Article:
Q. I have a number of hackberry trees around my house. They are not very attractive but they're all I have right now for greenery, shade, bird habitat, etc. Most of them have bunches of stems that grow up from the base of the tree. Cutting them off is a temporary solution and seems to stimulate their growth. Is there any way to stop this without damaging the rest of the tree? Thanks,
---Beverly; near Waco, Texas
Q. I have a beautiful plum tree in my backyard and a ton of suckers coming up from the outstretched roots of the tree. How can I safely keep them from coming up, and what is a good way of getting rid of them without harming the tree or pets? Right now the suckers get mowed off, but in between mowings they come up like wildfire.
---"Banana Boat"(J. W.) in Damascus
A. My first call in an attempt to answer this frequently asked question was to "The Pruning Book" author Lee Reich, who continued under protest after I read him the questions. "Beverly near Waco"—Lee has a bone to pick with you!
"Hackberry is one of my favorite trees!" bellowed our impassioned pruning expert. "It has beautiful bark, fruit for wildlife…!" Once we calmed him down, Lee offered some tips on dealing with suckers.
"If it's a tree growing on its own roots and not a grafted tree, you can sever the suckers from the tree with a shovel and they might develop roots." Heck, some of these suckers might already have roots, says Lee, who points out that these seedlings will grow into the exact same kind of tree. So you two don't have a problem, you have free nursery stock!
However, if it is a grafted tree, it's the rootstock, and not the variety up top that you're deliberately growing that's sending up its unwanted shoots from below, says Lee. "Try and pull these shoots off as opposed to cutting them if you possibly can"; he instructs. "If not, just keep pruning or mowing them.
Oh and I'll bet that "plum tree" in Damascus—which I think might be Damascus, Maryland and not the other one—is a purple leaf plum, of which the book warns: "Trees spread by suckering. Plant where you can control sucker growth through mowing or pruning." In other words, some trees are notorious for doing this. Especially in Damascus.
Lee adds that although many people use the terms interchangeably, 'sucker' generally refers to what our listeners are dealing with: Straight up shoots that appears from below the soil. 'Water sprouts' are a similar problem, but these shoots grow straight up out of an existing lateral branch. Lee says to "pull those off as soon as they appear; don't cut or prune them off. You want to snap off the 'whorl' at the base or it will grow right back."
"Both suckers and water sprouts are a sign of excessive vigor—and that 'vigor' is taking energy from the other parts of the tree," explains Lee, who adds that your options beyond pulling off offending water sprouts are:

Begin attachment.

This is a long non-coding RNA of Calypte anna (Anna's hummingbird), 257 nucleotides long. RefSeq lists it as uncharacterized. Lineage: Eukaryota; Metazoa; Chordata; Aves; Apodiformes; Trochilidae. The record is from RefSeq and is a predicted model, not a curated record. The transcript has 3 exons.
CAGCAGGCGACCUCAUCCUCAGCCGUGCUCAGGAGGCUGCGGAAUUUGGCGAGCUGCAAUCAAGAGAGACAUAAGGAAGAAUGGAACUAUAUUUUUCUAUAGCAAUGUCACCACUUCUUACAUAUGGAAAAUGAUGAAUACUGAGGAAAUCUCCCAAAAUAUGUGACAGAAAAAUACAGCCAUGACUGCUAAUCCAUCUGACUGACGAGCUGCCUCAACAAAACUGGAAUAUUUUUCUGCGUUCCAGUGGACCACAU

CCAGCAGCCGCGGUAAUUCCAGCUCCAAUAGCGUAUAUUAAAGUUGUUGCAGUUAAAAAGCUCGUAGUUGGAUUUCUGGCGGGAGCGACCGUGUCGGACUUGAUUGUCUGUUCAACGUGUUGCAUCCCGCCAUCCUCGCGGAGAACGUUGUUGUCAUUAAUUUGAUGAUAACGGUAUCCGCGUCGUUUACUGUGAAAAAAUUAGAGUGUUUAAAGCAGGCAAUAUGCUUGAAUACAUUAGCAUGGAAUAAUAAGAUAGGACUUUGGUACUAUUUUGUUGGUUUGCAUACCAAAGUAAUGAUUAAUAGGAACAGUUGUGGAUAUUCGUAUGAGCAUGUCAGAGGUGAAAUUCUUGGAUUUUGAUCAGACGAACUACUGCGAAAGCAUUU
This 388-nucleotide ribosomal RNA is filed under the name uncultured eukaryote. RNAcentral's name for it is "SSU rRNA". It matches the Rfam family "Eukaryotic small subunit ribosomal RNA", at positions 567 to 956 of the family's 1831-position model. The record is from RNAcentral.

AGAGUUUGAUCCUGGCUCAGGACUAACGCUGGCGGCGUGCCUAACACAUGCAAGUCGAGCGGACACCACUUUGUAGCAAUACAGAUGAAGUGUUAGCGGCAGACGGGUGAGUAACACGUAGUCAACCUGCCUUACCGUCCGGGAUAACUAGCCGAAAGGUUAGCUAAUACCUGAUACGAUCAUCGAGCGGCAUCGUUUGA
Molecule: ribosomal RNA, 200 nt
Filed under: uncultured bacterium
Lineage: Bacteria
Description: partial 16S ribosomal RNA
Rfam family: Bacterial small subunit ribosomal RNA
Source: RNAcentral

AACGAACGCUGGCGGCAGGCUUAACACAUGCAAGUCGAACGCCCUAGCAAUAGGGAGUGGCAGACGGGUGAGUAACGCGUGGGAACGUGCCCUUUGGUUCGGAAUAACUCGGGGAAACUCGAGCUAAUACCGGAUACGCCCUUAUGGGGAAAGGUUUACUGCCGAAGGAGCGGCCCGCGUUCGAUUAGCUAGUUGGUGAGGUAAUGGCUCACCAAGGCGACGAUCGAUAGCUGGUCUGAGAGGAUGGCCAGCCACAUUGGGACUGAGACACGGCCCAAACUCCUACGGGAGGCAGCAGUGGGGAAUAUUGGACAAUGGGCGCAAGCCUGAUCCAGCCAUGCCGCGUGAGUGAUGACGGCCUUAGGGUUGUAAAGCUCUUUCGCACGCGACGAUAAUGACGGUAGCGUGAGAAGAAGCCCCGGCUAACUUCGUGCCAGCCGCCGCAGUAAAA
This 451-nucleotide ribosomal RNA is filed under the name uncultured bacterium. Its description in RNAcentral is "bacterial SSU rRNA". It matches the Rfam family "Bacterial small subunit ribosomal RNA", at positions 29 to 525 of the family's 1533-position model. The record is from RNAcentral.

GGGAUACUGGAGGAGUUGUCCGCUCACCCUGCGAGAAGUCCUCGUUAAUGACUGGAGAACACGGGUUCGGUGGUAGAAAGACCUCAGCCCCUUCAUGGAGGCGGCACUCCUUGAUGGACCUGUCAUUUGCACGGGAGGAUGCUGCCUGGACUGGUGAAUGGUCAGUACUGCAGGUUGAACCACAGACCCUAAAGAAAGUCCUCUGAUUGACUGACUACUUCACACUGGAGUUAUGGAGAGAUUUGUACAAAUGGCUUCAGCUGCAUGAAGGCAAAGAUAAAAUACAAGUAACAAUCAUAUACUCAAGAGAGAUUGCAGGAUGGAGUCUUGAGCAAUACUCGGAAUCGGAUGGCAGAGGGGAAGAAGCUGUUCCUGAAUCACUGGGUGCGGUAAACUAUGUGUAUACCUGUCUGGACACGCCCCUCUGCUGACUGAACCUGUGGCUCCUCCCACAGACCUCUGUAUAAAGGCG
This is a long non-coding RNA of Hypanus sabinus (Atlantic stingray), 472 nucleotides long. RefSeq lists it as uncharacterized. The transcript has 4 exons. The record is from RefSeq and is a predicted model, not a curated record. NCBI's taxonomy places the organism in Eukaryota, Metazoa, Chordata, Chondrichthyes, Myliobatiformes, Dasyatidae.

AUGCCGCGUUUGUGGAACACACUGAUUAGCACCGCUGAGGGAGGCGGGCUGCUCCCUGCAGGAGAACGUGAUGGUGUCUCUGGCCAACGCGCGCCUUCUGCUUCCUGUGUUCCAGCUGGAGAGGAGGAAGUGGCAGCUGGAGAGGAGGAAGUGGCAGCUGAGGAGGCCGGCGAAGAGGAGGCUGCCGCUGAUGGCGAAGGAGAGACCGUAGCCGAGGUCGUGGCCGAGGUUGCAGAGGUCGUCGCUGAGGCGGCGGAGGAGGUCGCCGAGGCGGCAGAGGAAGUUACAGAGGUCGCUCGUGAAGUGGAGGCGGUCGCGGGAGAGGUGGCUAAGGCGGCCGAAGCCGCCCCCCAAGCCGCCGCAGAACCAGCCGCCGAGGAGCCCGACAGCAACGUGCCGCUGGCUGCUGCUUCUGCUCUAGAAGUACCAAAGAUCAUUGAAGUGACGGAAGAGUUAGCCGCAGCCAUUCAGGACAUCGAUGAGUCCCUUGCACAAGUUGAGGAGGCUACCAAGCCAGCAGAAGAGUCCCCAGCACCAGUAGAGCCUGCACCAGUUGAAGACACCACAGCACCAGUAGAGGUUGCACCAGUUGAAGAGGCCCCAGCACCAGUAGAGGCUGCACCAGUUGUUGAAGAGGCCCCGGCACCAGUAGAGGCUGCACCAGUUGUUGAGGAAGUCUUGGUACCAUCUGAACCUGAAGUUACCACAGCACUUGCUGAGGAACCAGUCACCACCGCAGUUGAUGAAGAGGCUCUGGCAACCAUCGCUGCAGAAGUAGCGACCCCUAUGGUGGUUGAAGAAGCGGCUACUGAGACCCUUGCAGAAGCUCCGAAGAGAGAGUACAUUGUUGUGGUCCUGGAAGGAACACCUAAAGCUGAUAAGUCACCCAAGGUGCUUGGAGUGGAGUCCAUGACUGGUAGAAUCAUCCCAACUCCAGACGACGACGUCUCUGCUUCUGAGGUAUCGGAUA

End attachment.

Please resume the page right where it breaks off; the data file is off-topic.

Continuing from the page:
- • Use one to make a new central leader. That's right—if a straight-up shoot is coming off a branch near the top, it's the right tree for this kind of thing, and you need a new central leader (because say, the old one was damaged by an ice storm or something), you could train this shoot to take over.
• Bend them so they grow horizontal; use weights or string to hold them in place. A vertical branch made lateral will stop making extra demands on the tree, and produce more flowers and fruit (provided it's on the kind of tree that could do so to begin with, of course). Lee says to make it a straight line; another water sprout will take off if it forms an arch.
And he was! The Ohio State University Professor Emertis agreed with Lee about water sprouts in trees: "Absolutely pull them off if you can reach them; if you prune them, they're like the hydra—they'll re-grow 3 or 4 more in their place. And the sooner and younger you pull them off the less likely the chance they'll re-grow."
And those underground suckers our listeners are bedeviled by?
Dr. Ferree's specialty is apple trees, which may be why Lee us pointed to him. Turns out that some apple orchards he studied were thrilled to get their trees down to an average of 18 suckers each a year; because they had started out with 300 per tree! Apples must do this a lot, huh? "Oh yes," he says, "and the rootstock is often key. As you know, the desired apple variety is always grafted onto a rootstock of another variety, and certain rootstocks, like "Malling 7" are notorious for suckering, while others, like "Malling 26" almost never sends up suckers.
"We see the problem worst in plants that are rooted too shallowly. Being that close to the surface seems to encourage this kind of activity. So if you have lots of suckers, add a layer of topsoil or compost over the area and it may make things better. Also, if you can excavate an area that has a lot of suckers without harming the tree, you may see that a single root is sprouting almost all of them. Prune that root off and the suckers may go with it."